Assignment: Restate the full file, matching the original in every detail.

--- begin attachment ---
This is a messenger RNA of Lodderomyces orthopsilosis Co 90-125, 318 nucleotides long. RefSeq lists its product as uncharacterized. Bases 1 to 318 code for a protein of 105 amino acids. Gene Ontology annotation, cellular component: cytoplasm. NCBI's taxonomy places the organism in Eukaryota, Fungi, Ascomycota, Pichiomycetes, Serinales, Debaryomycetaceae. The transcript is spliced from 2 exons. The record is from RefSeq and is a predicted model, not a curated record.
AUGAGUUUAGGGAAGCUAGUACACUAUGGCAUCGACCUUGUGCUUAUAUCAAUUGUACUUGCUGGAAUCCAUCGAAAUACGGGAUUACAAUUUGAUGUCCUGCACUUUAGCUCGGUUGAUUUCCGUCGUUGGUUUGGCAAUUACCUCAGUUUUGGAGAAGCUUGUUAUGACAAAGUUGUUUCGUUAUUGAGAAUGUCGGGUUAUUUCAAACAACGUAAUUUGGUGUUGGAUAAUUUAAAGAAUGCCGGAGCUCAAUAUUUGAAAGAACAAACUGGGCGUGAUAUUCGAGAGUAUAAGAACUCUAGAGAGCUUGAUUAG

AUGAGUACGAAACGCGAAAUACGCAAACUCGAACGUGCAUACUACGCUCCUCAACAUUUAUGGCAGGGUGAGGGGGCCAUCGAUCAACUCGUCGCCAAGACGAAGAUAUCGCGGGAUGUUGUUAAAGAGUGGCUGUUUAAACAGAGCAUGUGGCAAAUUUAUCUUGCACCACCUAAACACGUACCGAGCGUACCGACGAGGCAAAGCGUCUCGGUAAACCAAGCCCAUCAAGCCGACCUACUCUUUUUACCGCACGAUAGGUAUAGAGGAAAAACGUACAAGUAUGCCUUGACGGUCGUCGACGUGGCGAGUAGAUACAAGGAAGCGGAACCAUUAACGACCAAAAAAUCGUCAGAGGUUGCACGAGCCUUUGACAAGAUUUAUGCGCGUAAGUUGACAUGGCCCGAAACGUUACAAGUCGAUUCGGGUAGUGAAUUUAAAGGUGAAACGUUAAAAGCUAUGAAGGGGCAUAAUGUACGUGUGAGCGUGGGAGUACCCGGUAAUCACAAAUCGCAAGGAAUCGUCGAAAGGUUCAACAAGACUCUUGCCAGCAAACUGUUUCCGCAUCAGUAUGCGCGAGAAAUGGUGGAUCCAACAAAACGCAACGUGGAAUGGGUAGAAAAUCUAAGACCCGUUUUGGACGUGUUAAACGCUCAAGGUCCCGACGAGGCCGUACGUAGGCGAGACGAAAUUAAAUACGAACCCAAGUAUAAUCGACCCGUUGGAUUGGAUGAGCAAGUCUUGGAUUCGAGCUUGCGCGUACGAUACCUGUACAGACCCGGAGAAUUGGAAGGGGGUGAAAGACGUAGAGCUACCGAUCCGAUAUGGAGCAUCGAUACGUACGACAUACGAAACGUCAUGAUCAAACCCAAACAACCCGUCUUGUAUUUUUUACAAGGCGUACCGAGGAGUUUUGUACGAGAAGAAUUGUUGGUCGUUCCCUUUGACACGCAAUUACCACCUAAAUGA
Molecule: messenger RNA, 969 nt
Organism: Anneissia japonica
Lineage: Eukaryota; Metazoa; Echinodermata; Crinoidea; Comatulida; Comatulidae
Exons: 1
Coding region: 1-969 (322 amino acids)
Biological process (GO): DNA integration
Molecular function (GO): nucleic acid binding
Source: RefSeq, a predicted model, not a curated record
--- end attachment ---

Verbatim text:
This is a messenger RNA of Lodderomyces orthopsilosis Co 90-125, 318 nucleotides long. RefSeq lists its product as uncharacterized. Bases 1 to 318 code for a protein of 105 amino acids. Gene Ontology annotation, cellular component: cytoplasm. NCBI's taxonomy places the organism in Eukaryota, Fungi, Ascomycota, Pichiomycetes, Serinales, Debaryomycetaceae. The transcript is spliced from 2 exons. The record is from RefSeq and is a predicted model, not a curated record.
AUGAGUUUAGGGAAGCUAGUACACUAUGGCAUCGACCUUGUGCUUAUAUCAAUUGUACUUGCUGGAAUCCAUCGAAAUACGGGAUUACAAUUUGAUGUCCUGCACUUUAGCUCGGUUGAUUUCCGUCGUUGGUUUGGCAAUUACCUCAGUUUUGGAGAAGCUUGUUAUGACAAAGUUGUUUCGUUAUUGAGAAUGUCGGGUUAUUUCAAACAACGUAAUUUGGUGUUGGAUAAUUUAAAGAAUGCCGGAGCUCAAUAUUUGAAAGAACAAACUGGGCGUGAUAUUCGAGAGUAUAAGAACUCUAGAGAGCUUGAUUAG

AUGAGUACGAAACGCGAAAUACGCAAACUCGAACGUGCAUACUACGCUCCUCAACAUUUAUGGCAGGGUGAGGGGGCCAUCGAUCAACUCGUCGCCAAGACGAAGAUAUCGCGGGAUGUUGUUAAAGAGUGGCUGUUUAAACAGAGCAUGUGGCAAAUUUAUCUUGCACCACCUAAACACGUACCGAGCGUACCGACGAGGCAAAGCGUCUCGGUAAACCAAGCCCAUCAAGCCGACCUACUCUUUUUACCGCACGAUAGGUAUAGAGGAAAAACGUACAAGUAUGCCUUGACGGUCGUCGACGUGGCGAGUAGAUACAAGGAAGCGGAACCAUUAACGACCAAAAAAUCGUCAGAGGUUGCACGAGCCUUUGACAAGAUUUAUGCGCGUAAGUUGACAUGGCCCGAAACGUUACAAGUCGAUUCGGGUAGUGAAUUUAAAGGUGAAACGUUAAAAGCUAUGAAGGGGCAUAAUGUACGUGUGAGCGUGGGAGUACCCGGUAAUCACAAAUCGCAAGGAAUCGUCGAAAGGUUCAACAAGACUCUUGCCAGCAAACUGUUUCCGCAUCAGUAUGCGCGAGAAAUGGUGGAUCCAACAAAACGCAACGUGGAAUGGGUAGAAAAUCUAAGACCCGUUUUGGACGUGUUAAACGCUCAAGGUCCCGACGAGGCCGUACGUAGGCGAGACGAAAUUAAAUACGAACCCAAGUAUAAUCGACCCGUUGGAUUGGAUGAGCAAGUCUUGGAUUCGAGCUUGCGCGUACGAUACCUGUACAGACCCGGAGAAUUGGAAGGGGGUGAAAGACGUAGAGCUACCGAUCCGAUAUGGAGCAUCGAUACGUACGACAUACGAAACGUCAUGAUCAAACCCAAACAACCCGUCUUGUAUUUUUUACAAGGCGUACCGAGGAGUUUUGUACGAGAAGAAUUGUUGGUCGUUCCCUUUGACACGCAAUUACCACCUAAAUGA
Molecule: messenger RNA, 969 nt
Organism: Anneissia japonica
Lineage: Eukaryota; Metazoa; Echinodermata; Crinoidea; Comatulida; Comatulidae
Exons: 1
Coding region: 1-969 (322 amino acids)
Biological process (GO): DNA integration
Molecular function (GO): nucleic acid binding
Source: RefSeq, a predicted model, not a curated record